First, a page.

When it comes to live spaceflights, failure is not an option. This is because the best-case scenario for scraping or failing a mission is the loss of $150 million and years of planning.
One-way engineers ensure spaceflight safety is to manufacture parts that meet tight tolerances. Meeting these tolerances can be a significant challenge for engineers that 3D-print rocket parts.
Metal additive manufacturing isn’t understood as well as traditional production processes. This knowledge gap often leads to parts printing out of specification.
It’s hard to ensure metal 3D-printed parts meet tolerances because each part is printed layer by layer. The printer does this by melting a metal micropowder with a very focused laser beam. As each layer cools and contracts, it creates residual stresses in lower layers that can distort or even crack the part.
Distortions are common and difficult to predict — even by an experienced technician. It’s even harder when the printed part looks good but has microfaults or residual stresses. Deformations, microfaults and residual stress can cause a part to brake unexpectedly posing a considerable threat to the rocket’s safety.
Traditionally, trial and error is used to solve these problems, but, it is quite expensive and time-consuming.
For example, a part can take hundreds of hours to print. If it’s cracked, it becomes a very expensive piece of scrap. Starting over again by blindly redesigning the part geometry isn’t productive.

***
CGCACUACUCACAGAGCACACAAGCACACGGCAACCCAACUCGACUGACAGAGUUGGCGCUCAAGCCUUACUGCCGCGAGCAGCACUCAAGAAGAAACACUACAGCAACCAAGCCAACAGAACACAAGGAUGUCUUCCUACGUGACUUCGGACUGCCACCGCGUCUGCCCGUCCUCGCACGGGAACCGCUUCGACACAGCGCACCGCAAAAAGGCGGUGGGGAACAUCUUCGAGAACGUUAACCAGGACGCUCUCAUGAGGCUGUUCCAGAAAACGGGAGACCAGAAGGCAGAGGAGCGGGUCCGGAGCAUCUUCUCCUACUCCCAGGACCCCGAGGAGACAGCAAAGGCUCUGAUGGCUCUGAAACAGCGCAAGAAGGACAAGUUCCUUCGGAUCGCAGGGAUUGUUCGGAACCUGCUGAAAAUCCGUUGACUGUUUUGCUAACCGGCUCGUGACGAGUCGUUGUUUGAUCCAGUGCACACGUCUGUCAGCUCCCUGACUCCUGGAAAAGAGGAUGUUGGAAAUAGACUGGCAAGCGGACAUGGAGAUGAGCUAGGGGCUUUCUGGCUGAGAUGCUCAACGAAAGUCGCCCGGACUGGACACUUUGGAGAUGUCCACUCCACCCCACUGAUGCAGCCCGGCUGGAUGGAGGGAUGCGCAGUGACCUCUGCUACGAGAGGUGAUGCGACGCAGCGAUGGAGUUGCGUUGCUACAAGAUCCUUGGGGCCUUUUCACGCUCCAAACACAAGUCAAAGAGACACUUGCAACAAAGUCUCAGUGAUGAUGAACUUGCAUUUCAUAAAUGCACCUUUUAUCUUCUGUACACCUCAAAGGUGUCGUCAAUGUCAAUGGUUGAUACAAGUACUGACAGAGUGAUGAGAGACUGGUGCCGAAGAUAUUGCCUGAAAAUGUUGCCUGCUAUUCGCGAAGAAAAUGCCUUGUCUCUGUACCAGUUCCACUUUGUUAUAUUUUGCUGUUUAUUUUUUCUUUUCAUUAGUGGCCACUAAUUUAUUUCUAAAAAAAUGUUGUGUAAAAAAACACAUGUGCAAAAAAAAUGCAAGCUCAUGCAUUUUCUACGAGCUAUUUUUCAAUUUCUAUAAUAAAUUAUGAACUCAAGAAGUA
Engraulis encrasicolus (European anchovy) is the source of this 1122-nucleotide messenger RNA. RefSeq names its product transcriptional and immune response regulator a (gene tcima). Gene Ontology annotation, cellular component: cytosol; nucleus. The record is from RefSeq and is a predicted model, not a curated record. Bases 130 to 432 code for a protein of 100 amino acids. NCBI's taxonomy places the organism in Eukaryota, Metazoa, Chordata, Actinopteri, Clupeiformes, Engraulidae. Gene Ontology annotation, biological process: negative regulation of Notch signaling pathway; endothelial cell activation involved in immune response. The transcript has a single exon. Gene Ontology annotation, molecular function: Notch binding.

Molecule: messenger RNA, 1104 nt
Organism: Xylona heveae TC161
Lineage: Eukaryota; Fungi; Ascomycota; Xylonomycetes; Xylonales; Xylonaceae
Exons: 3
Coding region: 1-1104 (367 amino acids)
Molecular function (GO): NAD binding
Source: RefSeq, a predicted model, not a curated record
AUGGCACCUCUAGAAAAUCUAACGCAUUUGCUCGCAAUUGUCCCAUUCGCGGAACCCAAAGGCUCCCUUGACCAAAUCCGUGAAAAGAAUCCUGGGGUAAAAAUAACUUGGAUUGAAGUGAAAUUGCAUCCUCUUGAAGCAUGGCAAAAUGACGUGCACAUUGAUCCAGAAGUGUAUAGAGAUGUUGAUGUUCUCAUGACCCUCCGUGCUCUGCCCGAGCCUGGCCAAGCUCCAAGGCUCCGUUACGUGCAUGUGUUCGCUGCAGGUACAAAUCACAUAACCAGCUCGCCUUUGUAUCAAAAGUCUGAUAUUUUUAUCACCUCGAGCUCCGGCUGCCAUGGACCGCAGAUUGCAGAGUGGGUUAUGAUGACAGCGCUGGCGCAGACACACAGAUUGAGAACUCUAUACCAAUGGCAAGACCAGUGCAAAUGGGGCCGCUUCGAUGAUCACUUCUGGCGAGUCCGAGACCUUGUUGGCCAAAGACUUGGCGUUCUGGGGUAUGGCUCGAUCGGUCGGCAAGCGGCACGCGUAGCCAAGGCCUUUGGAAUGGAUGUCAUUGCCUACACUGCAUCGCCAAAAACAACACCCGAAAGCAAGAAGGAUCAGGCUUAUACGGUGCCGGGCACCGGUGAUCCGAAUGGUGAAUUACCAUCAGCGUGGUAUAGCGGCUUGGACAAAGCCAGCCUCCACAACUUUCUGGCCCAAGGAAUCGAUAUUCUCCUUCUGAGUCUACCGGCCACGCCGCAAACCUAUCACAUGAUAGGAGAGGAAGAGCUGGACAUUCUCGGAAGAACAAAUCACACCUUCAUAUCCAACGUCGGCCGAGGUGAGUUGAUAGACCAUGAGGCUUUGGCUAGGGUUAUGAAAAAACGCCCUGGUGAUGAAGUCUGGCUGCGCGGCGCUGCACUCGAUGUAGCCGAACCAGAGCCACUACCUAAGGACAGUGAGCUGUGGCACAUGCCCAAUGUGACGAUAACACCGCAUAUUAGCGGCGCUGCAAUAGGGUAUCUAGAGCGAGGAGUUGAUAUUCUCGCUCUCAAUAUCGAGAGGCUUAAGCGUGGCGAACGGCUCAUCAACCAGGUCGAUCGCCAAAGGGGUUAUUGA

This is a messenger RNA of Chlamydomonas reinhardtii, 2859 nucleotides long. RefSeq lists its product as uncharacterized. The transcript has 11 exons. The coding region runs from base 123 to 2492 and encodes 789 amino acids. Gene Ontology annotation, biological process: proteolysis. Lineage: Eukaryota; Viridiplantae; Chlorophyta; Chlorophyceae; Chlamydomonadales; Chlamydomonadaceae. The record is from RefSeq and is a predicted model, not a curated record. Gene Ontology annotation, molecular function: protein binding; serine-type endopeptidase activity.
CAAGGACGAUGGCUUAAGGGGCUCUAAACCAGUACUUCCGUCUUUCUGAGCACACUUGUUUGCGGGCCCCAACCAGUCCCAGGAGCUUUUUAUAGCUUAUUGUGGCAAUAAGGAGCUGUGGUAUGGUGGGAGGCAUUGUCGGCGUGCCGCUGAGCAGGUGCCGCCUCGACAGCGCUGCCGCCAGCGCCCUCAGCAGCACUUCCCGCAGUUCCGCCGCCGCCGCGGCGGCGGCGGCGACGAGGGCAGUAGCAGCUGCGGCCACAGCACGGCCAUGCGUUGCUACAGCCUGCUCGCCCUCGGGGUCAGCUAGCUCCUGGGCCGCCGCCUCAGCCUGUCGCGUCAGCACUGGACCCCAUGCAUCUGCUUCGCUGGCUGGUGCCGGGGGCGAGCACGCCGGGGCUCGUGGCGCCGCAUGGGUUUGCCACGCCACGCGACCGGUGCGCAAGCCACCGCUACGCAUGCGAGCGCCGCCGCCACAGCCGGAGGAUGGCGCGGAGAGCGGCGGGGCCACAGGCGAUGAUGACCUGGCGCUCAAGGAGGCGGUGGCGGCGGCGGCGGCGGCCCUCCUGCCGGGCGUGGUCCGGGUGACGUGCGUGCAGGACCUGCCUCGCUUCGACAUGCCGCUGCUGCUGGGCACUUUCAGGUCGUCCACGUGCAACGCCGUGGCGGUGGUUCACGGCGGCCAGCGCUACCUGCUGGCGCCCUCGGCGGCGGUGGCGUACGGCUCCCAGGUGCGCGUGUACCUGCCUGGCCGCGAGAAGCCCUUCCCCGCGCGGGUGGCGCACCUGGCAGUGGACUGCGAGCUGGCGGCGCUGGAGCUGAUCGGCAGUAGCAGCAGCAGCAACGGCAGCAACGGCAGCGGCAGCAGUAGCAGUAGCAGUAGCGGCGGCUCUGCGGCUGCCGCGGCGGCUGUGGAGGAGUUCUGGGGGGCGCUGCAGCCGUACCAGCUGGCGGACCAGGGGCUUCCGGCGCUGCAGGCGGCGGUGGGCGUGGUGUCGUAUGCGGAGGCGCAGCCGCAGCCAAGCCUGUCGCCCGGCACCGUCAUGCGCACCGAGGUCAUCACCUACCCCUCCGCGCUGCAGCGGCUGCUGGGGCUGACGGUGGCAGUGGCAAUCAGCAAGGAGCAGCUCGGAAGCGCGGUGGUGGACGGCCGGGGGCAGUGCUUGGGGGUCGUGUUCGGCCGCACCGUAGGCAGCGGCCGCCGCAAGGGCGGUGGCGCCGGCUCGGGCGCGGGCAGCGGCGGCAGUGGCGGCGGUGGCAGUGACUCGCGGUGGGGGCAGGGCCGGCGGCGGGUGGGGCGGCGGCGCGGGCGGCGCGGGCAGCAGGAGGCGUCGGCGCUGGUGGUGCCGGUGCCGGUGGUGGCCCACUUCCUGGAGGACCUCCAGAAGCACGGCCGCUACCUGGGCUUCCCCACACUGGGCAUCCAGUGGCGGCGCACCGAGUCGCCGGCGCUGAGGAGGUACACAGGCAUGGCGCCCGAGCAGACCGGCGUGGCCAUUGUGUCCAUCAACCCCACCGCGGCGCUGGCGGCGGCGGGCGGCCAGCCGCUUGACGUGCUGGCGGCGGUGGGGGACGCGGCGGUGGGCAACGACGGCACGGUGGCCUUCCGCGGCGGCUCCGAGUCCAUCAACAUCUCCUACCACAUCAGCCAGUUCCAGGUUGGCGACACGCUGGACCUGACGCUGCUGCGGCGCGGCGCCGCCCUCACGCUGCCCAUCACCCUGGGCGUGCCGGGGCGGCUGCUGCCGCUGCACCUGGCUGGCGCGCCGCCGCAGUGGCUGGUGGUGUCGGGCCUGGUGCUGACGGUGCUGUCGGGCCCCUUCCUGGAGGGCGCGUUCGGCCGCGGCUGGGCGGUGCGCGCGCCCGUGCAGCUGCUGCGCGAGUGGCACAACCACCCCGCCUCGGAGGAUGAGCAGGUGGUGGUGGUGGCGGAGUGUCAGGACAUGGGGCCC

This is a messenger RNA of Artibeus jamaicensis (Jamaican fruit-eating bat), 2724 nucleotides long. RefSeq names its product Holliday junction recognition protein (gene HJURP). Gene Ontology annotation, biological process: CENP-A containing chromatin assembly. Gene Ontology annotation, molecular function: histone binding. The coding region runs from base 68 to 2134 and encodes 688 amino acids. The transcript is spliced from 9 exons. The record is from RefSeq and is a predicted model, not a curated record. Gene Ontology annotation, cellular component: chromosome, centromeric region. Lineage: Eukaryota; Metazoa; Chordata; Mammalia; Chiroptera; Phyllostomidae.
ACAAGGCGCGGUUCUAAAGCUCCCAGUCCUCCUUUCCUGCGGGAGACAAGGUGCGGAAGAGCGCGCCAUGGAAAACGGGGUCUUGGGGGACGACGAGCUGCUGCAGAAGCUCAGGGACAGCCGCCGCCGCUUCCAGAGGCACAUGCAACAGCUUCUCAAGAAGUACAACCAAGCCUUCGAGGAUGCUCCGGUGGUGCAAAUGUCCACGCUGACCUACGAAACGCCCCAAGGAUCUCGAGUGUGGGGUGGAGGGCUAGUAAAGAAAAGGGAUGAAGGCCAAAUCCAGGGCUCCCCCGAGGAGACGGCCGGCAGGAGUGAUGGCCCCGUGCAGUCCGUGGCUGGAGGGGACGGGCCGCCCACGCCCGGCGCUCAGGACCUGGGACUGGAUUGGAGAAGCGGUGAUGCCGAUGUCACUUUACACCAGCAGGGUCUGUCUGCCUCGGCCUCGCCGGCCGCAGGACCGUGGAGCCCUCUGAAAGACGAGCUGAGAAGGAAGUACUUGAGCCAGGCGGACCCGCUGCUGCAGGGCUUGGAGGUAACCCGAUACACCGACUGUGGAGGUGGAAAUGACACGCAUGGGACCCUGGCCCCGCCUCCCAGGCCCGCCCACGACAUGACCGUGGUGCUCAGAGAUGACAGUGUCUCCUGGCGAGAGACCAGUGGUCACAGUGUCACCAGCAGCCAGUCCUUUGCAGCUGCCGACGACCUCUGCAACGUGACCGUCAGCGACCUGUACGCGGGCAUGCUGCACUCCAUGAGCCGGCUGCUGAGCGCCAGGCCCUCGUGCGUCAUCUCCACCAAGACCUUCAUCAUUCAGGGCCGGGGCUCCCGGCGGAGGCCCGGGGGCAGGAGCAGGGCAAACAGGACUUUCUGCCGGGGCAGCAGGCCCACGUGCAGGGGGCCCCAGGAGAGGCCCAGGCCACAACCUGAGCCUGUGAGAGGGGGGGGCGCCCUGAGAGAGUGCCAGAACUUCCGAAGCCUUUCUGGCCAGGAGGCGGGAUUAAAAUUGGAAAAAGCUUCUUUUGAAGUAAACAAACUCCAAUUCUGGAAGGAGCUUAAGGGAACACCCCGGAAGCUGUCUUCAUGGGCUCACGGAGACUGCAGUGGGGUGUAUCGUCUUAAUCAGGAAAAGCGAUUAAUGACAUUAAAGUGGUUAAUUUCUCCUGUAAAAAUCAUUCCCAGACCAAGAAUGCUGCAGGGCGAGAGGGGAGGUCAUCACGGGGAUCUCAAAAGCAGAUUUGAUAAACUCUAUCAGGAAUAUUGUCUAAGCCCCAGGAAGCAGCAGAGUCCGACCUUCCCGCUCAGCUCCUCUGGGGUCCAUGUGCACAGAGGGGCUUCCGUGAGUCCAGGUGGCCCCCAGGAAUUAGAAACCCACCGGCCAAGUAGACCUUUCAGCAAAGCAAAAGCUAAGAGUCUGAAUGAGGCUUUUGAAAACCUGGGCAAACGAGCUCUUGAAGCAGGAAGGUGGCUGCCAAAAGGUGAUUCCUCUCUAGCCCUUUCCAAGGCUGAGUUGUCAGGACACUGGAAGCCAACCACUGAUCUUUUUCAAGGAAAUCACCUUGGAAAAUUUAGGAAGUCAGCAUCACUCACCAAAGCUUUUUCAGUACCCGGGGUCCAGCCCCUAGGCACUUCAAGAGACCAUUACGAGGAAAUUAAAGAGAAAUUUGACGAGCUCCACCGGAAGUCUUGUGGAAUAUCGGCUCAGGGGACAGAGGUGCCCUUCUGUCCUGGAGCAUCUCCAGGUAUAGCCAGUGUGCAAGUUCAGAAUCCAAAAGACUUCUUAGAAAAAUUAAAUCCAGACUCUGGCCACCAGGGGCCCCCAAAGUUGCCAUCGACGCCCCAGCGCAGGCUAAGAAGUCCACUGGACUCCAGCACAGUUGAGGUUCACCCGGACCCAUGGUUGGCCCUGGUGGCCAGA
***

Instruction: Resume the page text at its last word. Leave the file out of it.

When ArianeGroup’s engineers face this challenge, they use ANSYS and Dynardo simulation software. Their simulations validate the quality of their additive-manufactured parts before they print. The engineers have found that this workflow significantly reduces development time and costs.
How Simulation Validates the Additive Manufacturing of Rocket Parts
ArianeGroup uses metal additive manufacturing to reduce the cost, weight and lead time for its parts.
ArianeGroup’s engineers originally used trial and error to optimize the printing process and part geometry. So, when the company printed its first parts they didn’t turn out as planned.
To better understand how to reduce deformations caused by the additive manufacturing process, ArianeGroup’s engineers now simulate the 3D-printing of their parts through an automated workflow in ANSYS Mechanical and ANSYS optiSLang.
ArianeGroup’s workflow helps its engineers identify the temperature, stress and strain at every point in the part as it is being printed. The workflow gives engineers data they can use to validate and iterate the design, so it prints properly the first time.
To learn how ArianeGroup’s engineers created this metal additive manufacturing workflow in detail, read Qualifying Additive Manufactured Rocket Parts with Simulation.